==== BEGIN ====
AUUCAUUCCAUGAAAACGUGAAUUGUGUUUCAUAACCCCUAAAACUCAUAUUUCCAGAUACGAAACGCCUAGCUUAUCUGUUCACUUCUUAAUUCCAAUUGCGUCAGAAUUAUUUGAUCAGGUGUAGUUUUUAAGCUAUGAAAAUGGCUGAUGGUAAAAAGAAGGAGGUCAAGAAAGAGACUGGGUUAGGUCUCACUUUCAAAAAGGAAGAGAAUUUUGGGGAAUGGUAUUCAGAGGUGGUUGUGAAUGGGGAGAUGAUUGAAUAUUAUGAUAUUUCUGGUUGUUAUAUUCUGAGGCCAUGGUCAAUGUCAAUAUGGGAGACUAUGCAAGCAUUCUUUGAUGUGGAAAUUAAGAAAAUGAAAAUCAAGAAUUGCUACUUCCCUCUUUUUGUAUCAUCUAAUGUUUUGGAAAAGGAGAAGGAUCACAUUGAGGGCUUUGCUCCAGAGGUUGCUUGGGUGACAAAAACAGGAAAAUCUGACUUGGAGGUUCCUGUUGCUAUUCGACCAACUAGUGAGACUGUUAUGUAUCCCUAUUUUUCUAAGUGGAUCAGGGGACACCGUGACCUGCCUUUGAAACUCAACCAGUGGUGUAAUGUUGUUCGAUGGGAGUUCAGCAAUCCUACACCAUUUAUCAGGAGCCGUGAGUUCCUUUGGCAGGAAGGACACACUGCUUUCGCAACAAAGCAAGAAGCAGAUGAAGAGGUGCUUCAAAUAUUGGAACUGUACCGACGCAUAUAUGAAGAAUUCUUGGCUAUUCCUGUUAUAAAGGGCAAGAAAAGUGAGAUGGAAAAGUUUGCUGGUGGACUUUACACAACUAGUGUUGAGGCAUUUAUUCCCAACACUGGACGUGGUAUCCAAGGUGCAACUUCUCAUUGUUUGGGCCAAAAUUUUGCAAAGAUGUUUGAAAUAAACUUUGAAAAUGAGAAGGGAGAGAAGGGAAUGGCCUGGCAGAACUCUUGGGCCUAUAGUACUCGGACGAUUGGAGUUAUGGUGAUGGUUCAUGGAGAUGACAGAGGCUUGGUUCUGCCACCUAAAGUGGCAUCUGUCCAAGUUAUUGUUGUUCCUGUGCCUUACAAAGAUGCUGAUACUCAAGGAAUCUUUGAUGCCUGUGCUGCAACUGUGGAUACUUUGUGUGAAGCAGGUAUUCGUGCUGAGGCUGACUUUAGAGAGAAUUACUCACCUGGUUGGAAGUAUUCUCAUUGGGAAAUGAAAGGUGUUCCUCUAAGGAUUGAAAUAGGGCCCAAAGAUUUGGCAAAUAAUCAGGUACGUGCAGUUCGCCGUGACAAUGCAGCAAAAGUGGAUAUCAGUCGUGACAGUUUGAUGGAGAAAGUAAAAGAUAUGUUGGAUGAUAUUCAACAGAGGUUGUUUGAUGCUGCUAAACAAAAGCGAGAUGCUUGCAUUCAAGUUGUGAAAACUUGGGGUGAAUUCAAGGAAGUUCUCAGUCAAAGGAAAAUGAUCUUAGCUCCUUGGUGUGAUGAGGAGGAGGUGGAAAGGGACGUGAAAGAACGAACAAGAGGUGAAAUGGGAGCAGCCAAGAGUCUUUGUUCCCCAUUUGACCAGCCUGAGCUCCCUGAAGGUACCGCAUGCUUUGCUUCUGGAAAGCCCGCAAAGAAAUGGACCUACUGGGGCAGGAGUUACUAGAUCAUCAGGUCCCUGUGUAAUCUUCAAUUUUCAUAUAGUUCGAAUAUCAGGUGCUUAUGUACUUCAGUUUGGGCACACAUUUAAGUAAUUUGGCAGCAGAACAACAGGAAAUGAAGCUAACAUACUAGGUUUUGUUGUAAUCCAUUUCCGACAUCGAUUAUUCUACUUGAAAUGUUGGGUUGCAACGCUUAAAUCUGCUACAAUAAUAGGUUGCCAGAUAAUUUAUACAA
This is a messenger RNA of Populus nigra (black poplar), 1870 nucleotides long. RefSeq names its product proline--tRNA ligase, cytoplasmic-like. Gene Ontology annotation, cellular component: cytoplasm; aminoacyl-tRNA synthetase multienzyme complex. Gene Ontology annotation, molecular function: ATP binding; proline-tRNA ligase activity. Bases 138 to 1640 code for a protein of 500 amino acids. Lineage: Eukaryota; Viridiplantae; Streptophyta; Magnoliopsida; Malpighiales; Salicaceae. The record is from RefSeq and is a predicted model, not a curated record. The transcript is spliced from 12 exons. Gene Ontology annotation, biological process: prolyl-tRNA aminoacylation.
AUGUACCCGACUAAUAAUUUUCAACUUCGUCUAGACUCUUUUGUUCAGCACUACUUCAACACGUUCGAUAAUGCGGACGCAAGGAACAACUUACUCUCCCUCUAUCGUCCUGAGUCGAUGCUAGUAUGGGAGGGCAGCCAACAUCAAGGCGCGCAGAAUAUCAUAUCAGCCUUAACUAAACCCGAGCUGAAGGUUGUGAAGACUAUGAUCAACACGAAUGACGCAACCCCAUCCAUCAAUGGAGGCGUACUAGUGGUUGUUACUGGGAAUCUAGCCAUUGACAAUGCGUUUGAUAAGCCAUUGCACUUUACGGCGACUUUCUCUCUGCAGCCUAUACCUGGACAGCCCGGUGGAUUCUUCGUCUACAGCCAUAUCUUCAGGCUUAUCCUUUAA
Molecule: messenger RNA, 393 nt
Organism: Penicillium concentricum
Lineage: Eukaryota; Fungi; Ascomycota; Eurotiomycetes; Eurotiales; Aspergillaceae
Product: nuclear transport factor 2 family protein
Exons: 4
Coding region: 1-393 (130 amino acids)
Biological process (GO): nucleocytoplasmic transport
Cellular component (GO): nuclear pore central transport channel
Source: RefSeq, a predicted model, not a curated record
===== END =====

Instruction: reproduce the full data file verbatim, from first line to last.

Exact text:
AUUCAUUCCAUGAAAACGUGAAUUGUGUUUCAUAACCCCUAAAACUCAUAUUUCCAGAUACGAAACGCCUAGCUUAUCUGUUCACUUCUUAAUUCCAAUUGCGUCAGAAUUAUUUGAUCAGGUGUAGUUUUUAAGCUAUGAAAAUGGCUGAUGGUAAAAAGAAGGAGGUCAAGAAAGAGACUGGGUUAGGUCUCACUUUCAAAAAGGAAGAGAAUUUUGGGGAAUGGUAUUCAGAGGUGGUUGUGAAUGGGGAGAUGAUUGAAUAUUAUGAUAUUUCUGGUUGUUAUAUUCUGAGGCCAUGGUCAAUGUCAAUAUGGGAGACUAUGCAAGCAUUCUUUGAUGUGGAAAUUAAGAAAAUGAAAAUCAAGAAUUGCUACUUCCCUCUUUUUGUAUCAUCUAAUGUUUUGGAAAAGGAGAAGGAUCACAUUGAGGGCUUUGCUCCAGAGGUUGCUUGGGUGACAAAAACAGGAAAAUCUGACUUGGAGGUUCCUGUUGCUAUUCGACCAACUAGUGAGACUGUUAUGUAUCCCUAUUUUUCUAAGUGGAUCAGGGGACACCGUGACCUGCCUUUGAAACUCAACCAGUGGUGUAAUGUUGUUCGAUGGGAGUUCAGCAAUCCUACACCAUUUAUCAGGAGCCGUGAGUUCCUUUGGCAGGAAGGACACACUGCUUUCGCAACAAAGCAAGAAGCAGAUGAAGAGGUGCUUCAAAUAUUGGAACUGUACCGACGCAUAUAUGAAGAAUUCUUGGCUAUUCCUGUUAUAAAGGGCAAGAAAAGUGAGAUGGAAAAGUUUGCUGGUGGACUUUACACAACUAGUGUUGAGGCAUUUAUUCCCAACACUGGACGUGGUAUCCAAGGUGCAACUUCUCAUUGUUUGGGCCAAAAUUUUGCAAAGAUGUUUGAAAUAAACUUUGAAAAUGAGAAGGGAGAGAAGGGAAUGGCCUGGCAGAACUCUUGGGCCUAUAGUACUCGGACGAUUGGAGUUAUGGUGAUGGUUCAUGGAGAUGACAGAGGCUUGGUUCUGCCACCUAAAGUGGCAUCUGUCCAAGUUAUUGUUGUUCCUGUGCCUUACAAAGAUGCUGAUACUCAAGGAAUCUUUGAUGCCUGUGCUGCAACUGUGGAUACUUUGUGUGAAGCAGGUAUUCGUGCUGAGGCUGACUUUAGAGAGAAUUACUCACCUGGUUGGAAGUAUUCUCAUUGGGAAAUGAAAGGUGUUCCUCUAAGGAUUGAAAUAGGGCCCAAAGAUUUGGCAAAUAAUCAGGUACGUGCAGUUCGCCGUGACAAUGCAGCAAAAGUGGAUAUCAGUCGUGACAGUUUGAUGGAGAAAGUAAAAGAUAUGUUGGAUGAUAUUCAACAGAGGUUGUUUGAUGCUGCUAAACAAAAGCGAGAUGCUUGCAUUCAAGUUGUGAAAACUUGGGGUGAAUUCAAGGAAGUUCUCAGUCAAAGGAAAAUGAUCUUAGCUCCUUGGUGUGAUGAGGAGGAGGUGGAAAGGGACGUGAAAGAACGAACAAGAGGUGAAAUGGGAGCAGCCAAGAGUCUUUGUUCCCCAUUUGACCAGCCUGAGCUCCCUGAAGGUACCGCAUGCUUUGCUUCUGGAAAGCCCGCAAAGAAAUGGACCUACUGGGGCAGGAGUUACUAGAUCAUCAGGUCCCUGUGUAAUCUUCAAUUUUCAUAUAGUUCGAAUAUCAGGUGCUUAUGUACUUCAGUUUGGGCACACAUUUAAGUAAUUUGGCAGCAGAACAACAGGAAAUGAAGCUAACAUACUAGGUUUUGUUGUAAUCCAUUUCCGACAUCGAUUAUUCUACUUGAAAUGUUGGGUUGCAACGCUUAAAUCUGCUACAAUAAUAGGUUGCCAGAUAAUUUAUACAA
This is a messenger RNA of Populus nigra (black poplar), 1870 nucleotides long. RefSeq names its product proline--tRNA ligase, cytoplasmic-like. Gene Ontology annotation, cellular component: cytoplasm; aminoacyl-tRNA synthetase multienzyme complex. Gene Ontology annotation, molecular function: ATP binding; proline-tRNA ligase activity. Bases 138 to 1640 code for a protein of 500 amino acids. Lineage: Eukaryota; Viridiplantae; Streptophyta; Magnoliopsida; Malpighiales; Salicaceae. The record is from RefSeq and is a predicted model, not a curated record. The transcript is spliced from 12 exons. Gene Ontology annotation, biological process: prolyl-tRNA aminoacylation.
AUGUACCCGACUAAUAAUUUUCAACUUCGUCUAGACUCUUUUGUUCAGCACUACUUCAACACGUUCGAUAAUGCGGACGCAAGGAACAACUUACUCUCCCUCUAUCGUCCUGAGUCGAUGCUAGUAUGGGAGGGCAGCCAACAUCAAGGCGCGCAGAAUAUCAUAUCAGCCUUAACUAAACCCGAGCUGAAGGUUGUGAAGACUAUGAUCAACACGAAUGACGCAACCCCAUCCAUCAAUGGAGGCGUACUAGUGGUUGUUACUGGGAAUCUAGCCAUUGACAAUGCGUUUGAUAAGCCAUUGCACUUUACGGCGACUUUCUCUCUGCAGCCUAUACCUGGACAGCCCGGUGGAUUCUUCGUCUACAGCCAUAUCUUCAGGCUUAUCCUUUAA
Molecule: messenger RNA, 393 nt
Organism: Penicillium concentricum
Lineage: Eukaryota; Fungi; Ascomycota; Eurotiomycetes; Eurotiales; Aspergillaceae
Product: nuclear transport factor 2 family protein
Exons: 4
Coding region: 1-393 (130 amino acids)
Biological process (GO): nucleocytoplasmic transport
Cellular component (GO): nuclear pore central transport channel
Source: RefSeq, a predicted model, not a curated record